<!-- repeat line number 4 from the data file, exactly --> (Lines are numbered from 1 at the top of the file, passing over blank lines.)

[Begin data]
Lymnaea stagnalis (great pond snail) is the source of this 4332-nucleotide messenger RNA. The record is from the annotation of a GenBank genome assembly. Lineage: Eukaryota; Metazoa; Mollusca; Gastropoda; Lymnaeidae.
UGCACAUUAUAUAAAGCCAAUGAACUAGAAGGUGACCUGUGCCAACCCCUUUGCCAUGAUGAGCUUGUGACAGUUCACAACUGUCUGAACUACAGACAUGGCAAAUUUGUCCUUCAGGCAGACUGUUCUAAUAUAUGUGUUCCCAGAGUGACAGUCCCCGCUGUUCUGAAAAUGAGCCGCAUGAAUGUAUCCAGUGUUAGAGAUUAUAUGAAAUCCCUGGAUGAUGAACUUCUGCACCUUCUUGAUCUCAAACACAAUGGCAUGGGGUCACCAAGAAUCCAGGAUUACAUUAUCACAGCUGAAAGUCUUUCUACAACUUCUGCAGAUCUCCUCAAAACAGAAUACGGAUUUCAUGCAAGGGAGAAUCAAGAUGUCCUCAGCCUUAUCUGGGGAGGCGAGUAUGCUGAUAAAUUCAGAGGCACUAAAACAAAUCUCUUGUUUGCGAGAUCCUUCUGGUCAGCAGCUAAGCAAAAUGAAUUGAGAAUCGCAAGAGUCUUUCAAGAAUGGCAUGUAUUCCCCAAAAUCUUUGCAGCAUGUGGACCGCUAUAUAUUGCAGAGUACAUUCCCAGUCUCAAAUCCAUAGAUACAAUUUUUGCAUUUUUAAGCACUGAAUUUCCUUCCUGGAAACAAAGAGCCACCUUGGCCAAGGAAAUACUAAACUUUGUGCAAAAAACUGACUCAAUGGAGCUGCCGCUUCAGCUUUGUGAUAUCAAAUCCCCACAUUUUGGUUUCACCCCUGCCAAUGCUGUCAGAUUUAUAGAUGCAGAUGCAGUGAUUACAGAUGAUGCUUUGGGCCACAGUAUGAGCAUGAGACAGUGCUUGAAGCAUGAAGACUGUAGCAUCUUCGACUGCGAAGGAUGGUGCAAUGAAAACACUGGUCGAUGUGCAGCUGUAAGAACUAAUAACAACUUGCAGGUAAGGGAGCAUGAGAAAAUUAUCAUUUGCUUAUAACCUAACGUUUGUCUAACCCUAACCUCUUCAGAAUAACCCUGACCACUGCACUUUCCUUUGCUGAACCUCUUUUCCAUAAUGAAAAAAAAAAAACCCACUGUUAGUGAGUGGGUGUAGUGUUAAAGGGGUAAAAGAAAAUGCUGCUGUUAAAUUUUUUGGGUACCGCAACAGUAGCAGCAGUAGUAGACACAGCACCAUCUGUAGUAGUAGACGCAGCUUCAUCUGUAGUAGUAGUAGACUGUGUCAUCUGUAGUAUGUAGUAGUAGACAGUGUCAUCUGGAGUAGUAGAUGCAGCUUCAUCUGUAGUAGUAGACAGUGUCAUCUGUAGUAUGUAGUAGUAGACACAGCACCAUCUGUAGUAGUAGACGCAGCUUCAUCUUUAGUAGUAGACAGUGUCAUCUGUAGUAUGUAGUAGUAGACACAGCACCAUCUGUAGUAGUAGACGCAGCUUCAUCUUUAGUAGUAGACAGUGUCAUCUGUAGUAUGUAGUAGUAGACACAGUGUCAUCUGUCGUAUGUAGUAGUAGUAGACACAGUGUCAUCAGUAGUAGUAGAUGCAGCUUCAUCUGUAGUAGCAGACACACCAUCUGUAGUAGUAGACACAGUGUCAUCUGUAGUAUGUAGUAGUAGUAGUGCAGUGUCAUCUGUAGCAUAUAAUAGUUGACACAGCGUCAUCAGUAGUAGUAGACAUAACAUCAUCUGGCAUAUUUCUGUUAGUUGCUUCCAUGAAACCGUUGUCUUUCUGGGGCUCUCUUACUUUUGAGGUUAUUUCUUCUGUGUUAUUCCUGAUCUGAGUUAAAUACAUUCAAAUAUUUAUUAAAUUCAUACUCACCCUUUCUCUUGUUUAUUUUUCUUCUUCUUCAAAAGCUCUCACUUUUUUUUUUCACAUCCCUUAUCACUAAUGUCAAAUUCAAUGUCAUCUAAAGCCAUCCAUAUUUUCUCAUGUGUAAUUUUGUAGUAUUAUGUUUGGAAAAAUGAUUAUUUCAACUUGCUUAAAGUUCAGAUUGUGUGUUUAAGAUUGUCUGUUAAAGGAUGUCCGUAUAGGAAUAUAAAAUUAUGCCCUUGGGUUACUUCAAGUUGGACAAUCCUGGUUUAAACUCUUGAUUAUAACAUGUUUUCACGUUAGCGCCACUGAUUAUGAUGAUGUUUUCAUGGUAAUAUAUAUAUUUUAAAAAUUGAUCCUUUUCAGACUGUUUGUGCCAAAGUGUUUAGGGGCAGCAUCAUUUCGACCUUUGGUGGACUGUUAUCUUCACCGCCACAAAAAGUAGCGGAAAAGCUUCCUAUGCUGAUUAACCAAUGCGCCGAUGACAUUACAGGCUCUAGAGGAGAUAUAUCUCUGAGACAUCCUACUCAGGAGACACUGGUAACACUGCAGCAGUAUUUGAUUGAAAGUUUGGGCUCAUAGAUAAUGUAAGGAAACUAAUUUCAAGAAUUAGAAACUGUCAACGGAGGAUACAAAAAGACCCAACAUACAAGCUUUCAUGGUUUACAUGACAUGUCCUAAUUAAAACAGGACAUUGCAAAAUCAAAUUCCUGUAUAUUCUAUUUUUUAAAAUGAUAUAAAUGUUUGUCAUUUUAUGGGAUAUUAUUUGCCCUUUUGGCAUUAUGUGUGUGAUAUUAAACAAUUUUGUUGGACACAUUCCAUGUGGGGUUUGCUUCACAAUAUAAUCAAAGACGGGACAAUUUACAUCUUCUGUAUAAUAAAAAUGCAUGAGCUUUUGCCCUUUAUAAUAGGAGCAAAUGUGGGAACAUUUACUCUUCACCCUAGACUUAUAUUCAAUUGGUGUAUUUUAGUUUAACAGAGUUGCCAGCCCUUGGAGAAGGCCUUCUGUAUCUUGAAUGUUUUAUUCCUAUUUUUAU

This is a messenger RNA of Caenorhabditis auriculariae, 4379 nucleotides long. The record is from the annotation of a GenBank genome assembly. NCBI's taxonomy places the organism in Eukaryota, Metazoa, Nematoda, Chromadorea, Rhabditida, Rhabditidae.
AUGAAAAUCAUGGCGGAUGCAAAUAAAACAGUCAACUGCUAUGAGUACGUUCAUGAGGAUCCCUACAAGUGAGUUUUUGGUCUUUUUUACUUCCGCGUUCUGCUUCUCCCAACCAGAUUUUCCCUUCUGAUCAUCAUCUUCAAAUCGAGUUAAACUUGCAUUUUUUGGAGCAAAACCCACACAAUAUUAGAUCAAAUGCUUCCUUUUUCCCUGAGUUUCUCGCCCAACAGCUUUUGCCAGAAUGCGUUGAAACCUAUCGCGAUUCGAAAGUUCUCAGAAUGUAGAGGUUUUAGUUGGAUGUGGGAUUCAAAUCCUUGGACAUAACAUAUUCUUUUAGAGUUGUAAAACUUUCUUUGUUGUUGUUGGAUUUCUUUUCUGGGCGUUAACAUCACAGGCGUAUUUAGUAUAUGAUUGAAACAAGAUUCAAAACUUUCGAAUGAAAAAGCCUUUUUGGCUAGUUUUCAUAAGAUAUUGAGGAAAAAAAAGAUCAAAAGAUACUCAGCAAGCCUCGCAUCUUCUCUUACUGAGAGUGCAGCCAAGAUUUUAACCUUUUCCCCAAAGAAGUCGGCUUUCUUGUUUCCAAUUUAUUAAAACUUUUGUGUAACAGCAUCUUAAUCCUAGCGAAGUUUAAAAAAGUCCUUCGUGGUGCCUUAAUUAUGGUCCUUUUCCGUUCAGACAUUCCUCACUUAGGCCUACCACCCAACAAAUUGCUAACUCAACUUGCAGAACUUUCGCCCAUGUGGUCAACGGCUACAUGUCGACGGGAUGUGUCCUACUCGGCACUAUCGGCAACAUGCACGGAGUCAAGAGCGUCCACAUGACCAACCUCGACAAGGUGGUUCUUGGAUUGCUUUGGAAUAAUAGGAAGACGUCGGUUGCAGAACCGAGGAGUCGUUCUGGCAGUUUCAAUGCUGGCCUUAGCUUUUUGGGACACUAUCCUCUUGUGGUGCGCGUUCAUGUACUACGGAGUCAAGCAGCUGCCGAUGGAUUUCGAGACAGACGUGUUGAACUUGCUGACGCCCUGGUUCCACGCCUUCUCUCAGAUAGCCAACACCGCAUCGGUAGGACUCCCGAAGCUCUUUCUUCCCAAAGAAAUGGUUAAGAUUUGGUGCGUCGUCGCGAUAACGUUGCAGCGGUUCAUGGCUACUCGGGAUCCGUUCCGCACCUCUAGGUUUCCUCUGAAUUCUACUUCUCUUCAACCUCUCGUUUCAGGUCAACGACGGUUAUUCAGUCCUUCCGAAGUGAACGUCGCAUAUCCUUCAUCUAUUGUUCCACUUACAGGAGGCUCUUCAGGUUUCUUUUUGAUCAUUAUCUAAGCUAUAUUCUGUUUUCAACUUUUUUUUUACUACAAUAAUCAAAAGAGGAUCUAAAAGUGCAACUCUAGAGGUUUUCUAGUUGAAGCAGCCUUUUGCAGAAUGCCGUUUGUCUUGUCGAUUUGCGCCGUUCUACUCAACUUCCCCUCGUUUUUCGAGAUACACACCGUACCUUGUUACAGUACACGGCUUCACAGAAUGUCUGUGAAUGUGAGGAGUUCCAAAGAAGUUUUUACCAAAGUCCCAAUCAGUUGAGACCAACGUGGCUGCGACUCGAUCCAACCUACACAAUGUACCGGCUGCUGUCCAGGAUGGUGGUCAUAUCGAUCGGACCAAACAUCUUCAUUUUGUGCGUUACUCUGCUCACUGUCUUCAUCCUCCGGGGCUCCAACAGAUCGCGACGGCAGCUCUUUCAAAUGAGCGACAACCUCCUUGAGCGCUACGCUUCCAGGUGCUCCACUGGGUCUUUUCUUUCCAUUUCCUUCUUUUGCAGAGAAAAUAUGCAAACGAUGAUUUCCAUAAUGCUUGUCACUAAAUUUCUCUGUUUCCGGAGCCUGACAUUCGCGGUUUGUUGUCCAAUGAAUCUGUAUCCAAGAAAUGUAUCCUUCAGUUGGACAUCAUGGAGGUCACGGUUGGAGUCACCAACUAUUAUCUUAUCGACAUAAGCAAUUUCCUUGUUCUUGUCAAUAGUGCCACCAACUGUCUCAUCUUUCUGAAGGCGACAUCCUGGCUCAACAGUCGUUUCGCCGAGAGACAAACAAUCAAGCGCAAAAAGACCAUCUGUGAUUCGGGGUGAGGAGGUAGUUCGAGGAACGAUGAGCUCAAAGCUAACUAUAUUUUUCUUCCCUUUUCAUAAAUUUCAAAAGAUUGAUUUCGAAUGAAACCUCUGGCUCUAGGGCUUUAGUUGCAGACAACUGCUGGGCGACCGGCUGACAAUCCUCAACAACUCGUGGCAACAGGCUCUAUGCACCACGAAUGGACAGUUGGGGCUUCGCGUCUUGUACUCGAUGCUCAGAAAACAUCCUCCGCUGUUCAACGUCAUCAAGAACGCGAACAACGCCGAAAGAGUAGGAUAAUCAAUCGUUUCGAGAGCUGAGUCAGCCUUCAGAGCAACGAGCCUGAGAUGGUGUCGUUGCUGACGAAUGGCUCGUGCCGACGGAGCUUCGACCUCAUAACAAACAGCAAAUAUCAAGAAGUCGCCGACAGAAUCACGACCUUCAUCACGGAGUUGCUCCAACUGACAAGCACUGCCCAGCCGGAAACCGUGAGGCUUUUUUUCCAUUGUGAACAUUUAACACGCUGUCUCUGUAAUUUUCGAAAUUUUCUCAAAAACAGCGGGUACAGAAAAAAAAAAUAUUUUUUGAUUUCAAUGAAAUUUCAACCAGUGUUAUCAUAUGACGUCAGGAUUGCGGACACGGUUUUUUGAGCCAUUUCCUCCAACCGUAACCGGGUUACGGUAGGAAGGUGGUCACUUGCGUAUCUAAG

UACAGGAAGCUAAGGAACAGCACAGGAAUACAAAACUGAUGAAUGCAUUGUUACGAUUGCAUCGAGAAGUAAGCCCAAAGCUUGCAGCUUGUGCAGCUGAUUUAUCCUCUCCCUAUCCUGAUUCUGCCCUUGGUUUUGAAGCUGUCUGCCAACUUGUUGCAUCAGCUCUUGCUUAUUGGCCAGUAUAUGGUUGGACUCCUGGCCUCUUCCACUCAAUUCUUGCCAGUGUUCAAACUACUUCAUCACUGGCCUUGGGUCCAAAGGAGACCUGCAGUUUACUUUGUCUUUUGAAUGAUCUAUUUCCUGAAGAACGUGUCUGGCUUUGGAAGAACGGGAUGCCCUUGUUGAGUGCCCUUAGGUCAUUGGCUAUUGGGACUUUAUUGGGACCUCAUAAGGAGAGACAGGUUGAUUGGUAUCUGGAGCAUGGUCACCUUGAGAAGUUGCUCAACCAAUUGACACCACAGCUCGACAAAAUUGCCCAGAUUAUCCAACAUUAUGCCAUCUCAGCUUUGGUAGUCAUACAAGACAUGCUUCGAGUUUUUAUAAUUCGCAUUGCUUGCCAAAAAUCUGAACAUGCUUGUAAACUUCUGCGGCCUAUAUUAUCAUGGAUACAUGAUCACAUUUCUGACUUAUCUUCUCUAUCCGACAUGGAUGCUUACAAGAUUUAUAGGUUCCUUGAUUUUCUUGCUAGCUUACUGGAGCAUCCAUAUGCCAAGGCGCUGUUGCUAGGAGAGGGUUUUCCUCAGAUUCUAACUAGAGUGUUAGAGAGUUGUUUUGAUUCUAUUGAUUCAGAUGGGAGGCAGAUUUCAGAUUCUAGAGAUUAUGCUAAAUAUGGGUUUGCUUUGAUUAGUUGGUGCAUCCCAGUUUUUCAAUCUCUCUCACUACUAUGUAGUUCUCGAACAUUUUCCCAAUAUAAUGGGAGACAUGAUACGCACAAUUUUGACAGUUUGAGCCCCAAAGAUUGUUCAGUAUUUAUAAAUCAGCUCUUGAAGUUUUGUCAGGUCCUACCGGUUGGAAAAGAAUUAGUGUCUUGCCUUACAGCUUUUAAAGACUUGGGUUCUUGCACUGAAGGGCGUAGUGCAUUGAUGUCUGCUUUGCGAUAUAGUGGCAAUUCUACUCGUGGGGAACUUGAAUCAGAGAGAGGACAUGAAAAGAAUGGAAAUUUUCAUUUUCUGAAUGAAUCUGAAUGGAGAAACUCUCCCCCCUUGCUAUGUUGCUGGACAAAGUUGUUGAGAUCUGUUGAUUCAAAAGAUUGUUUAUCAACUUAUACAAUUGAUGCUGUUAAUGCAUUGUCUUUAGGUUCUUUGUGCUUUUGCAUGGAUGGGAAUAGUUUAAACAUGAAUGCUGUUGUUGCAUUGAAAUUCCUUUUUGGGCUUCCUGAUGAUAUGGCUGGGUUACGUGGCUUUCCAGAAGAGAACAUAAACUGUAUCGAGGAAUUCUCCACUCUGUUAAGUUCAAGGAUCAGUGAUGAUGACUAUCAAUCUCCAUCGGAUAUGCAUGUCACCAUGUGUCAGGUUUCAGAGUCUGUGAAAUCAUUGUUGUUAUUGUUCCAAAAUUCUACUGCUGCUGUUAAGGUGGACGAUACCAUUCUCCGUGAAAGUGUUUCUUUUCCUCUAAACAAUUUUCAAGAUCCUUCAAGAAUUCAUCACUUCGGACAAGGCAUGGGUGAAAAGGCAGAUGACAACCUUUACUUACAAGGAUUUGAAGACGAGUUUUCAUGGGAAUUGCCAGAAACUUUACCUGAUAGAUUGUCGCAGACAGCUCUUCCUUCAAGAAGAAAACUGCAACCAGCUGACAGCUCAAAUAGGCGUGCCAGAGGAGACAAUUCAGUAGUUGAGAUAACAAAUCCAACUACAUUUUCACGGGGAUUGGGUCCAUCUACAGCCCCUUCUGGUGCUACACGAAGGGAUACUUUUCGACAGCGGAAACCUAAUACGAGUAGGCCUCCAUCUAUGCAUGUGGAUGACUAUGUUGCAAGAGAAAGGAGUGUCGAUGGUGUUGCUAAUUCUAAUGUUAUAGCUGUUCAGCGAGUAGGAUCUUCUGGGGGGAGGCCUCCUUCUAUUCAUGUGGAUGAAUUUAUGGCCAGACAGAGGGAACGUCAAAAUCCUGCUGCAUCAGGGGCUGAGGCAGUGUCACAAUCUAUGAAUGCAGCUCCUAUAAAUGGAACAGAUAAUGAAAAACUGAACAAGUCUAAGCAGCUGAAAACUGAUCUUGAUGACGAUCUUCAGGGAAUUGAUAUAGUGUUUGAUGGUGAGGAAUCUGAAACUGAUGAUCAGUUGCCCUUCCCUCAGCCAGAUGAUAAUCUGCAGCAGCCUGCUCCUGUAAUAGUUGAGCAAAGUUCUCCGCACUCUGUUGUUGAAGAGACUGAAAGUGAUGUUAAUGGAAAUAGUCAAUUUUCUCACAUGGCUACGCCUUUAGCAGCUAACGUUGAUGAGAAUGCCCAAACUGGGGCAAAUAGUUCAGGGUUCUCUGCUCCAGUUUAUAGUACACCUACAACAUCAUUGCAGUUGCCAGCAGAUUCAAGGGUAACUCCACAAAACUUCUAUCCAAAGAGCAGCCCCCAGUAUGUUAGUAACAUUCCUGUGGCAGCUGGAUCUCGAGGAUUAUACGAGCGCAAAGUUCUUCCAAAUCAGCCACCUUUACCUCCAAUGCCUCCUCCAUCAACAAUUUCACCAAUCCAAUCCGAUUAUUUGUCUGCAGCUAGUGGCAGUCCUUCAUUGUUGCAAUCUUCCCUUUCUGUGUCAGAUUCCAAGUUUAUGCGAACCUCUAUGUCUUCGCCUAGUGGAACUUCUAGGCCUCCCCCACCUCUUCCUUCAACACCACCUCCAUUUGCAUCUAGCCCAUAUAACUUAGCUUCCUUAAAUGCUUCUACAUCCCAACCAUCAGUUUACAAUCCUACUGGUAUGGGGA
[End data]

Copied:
AUGAAAAUCAUGGCGGAUGCAAAUAAAACAGUCAACUGCUAUGAGUACGUUCAUGAGGAUCCCUACAAGUGAGUUUUUGGUCUUUUUUACUUCCGCGUUCUGCUUCUCCCAACCAGAUUUUCCCUUCUGAUCAUCAUCUUCAAAUCGAGUUAAACUUGCAUUUUUUGGAGCAAAACCCACACAAUAUUAGAUCAAAUGCUUCCUUUUUCCCUGAGUUUCUCGCCCAACAGCUUUUGCCAGAAUGCGUUGAAACCUAUCGCGAUUCGAAAGUUCUCAGAAUGUAGAGGUUUUAGUUGGAUGUGGGAUUCAAAUCCUUGGACAUAACAUAUUCUUUUAGAGUUGUAAAACUUUCUUUGUUGUUGUUGGAUUUCUUUUCUGGGCGUUAACAUCACAGGCGUAUUUAGUAUAUGAUUGAAACAAGAUUCAAAACUUUCGAAUGAAAAAGCCUUUUUGGCUAGUUUUCAUAAGAUAUUGAGGAAAAAAAAGAUCAAAAGAUACUCAGCAAGCCUCGCAUCUUCUCUUACUGAGAGUGCAGCCAAGAUUUUAACCUUUUCCCCAAAGAAGUCGGCUUUCUUGUUUCCAAUUUAUUAAAACUUUUGUGUAACAGCAUCUUAAUCCUAGCGAAGUUUAAAAAAGUCCUUCGUGGUGCCUUAAUUAUGGUCCUUUUCCGUUCAGACAUUCCUCACUUAGGCCUACCACCCAACAAAUUGCUAACUCAACUUGCAGAACUUUCGCCCAUGUGGUCAACGGCUACAUGUCGACGGGAUGUGUCCUACUCGGCACUAUCGGCAACAUGCACGGAGUCAAGAGCGUCCACAUGACCAACCUCGACAAGGUGGUUCUUGGAUUGCUUUGGAAUAAUAGGAAGACGUCGGUUGCAGAACCGAGGAGUCGUUCUGGCAGUUUCAAUGCUGGCCUUAGCUUUUUGGGACACUAUCCUCUUGUGGUGCGCGUUCAUGUACUACGGAGUCAAGCAGCUGCCGAUGGAUUUCGAGACAGACGUGUUGAACUUGCUGACGCCCUGGUUCCACGCCUUCUCUCAGAUAGCCAACACCGCAUCGGUAGGACUCCCGAAGCUCUUUCUUCCCAAAGAAAUGGUUAAGAUUUGGUGCGUCGUCGCGAUAACGUUGCAGCGGUUCAUGGCUACUCGGGAUCCGUUCCGCACCUCUAGGUUUCCUCUGAAUUCUACUUCUCUUCAACCUCUCGUUUCAGGUCAACGACGGUUAUUCAGUCCUUCCGAAGUGAACGUCGCAUAUCCUUCAUCUAUUGUUCCACUUACAGGAGGCUCUUCAGGUUUCUUUUUGAUCAUUAUCUAAGCUAUAUUCUGUUUUCAACUUUUUUUUUACUACAAUAAUCAAAAGAGGAUCUAAAAGUGCAACUCUAGAGGUUUUCUAGUUGAAGCAGCCUUUUGCAGAAUGCCGUUUGUCUUGUCGAUUUGCGCCGUUCUACUCAACUUCCCCUCGUUUUUCGAGAUACACACCGUACCUUGUUACAGUACACGGCUUCACAGAAUGUCUGUGAAUGUGAGGAGUUCCAAAGAAGUUUUUACCAAAGUCCCAAUCAGUUGAGACCAACGUGGCUGCGACUCGAUCCAACCUACACAAUGUACCGGCUGCUGUCCAGGAUGGUGGUCAUAUCGAUCGGACCAAACAUCUUCAUUUUGUGCGUUACUCUGCUCACUGUCUUCAUCCUCCGGGGCUCCAACAGAUCGCGACGGCAGCUCUUUCAAAUGAGCGACAACCUCCUUGAGCGCUACGCUUCCAGGUGCUCCACUGGGUCUUUUCUUUCCAUUUCCUUCUUUUGCAGAGAAAAUAUGCAAACGAUGAUUUCCAUAAUGCUUGUCACUAAAUUUCUCUGUUUCCGGAGCCUGACAUUCGCGGUUUGUUGUCCAAUGAAUCUGUAUCCAAGAAAUGUAUCCUUCAGUUGGACAUCAUGGAGGUCACGGUUGGAGUCACCAACUAUUAUCUUAUCGACAUAAGCAAUUUCCUUGUUCUUGUCAAUAGUGCCACCAACUGUCUCAUCUUUCUGAAGGCGACAUCCUGGCUCAACAGUCGUUUCGCCGAGAGACAAACAAUCAAGCGCAAAAAGACCAUCUGUGAUUCGGGGUGAGGAGGUAGUUCGAGGAACGAUGAGCUCAAAGCUAACUAUAUUUUUCUUCCCUUUUCAUAAAUUUCAAAAGAUUGAUUUCGAAUGAAACCUCUGGCUCUAGGGCUUUAGUUGCAGACAACUGCUGGGCGACCGGCUGACAAUCCUCAACAACUCGUGGCAACAGGCUCUAUGCACCACGAAUGGACAGUUGGGGCUUCGCGUCUUGUACUCGAUGCUCAGAAAACAUCCUCCGCUGUUCAACGUCAUCAAGAACGCGAACAACGCCGAAAGAGUAGGAUAAUCAAUCGUUUCGAGAGCUGAGUCAGCCUUCAGAGCAACGAGCCUGAGAUGGUGUCGUUGCUGACGAAUGGCUCGUGCCGACGGAGCUUCGACCUCAUAACAAACAGCAAAUAUCAAGAAGUCGCCGACAGAAUCACGACCUUCAUCACGGAGUUGCUCCAACUGACAAGCACUGCCCAGCCGGAAACCGUGAGGCUUUUUUUCCAUUGUGAACAUUUAACACGCUGUCUCUGUAAUUUUCGAAAUUUUCUCAAAAACAGCGGGUACAGAAAAAAAAAAUAUUUUUUGAUUUCAAUGAAAUUUCAACCAGUGUUAUCAUAUGACGUCAGGAUUGCGGACACGGUUUUUUGAGCCAUUUCCUCCAACCGUAACCGGGUUACGGUAGGAAGGUGGUCACUUGCGUAUCUAAG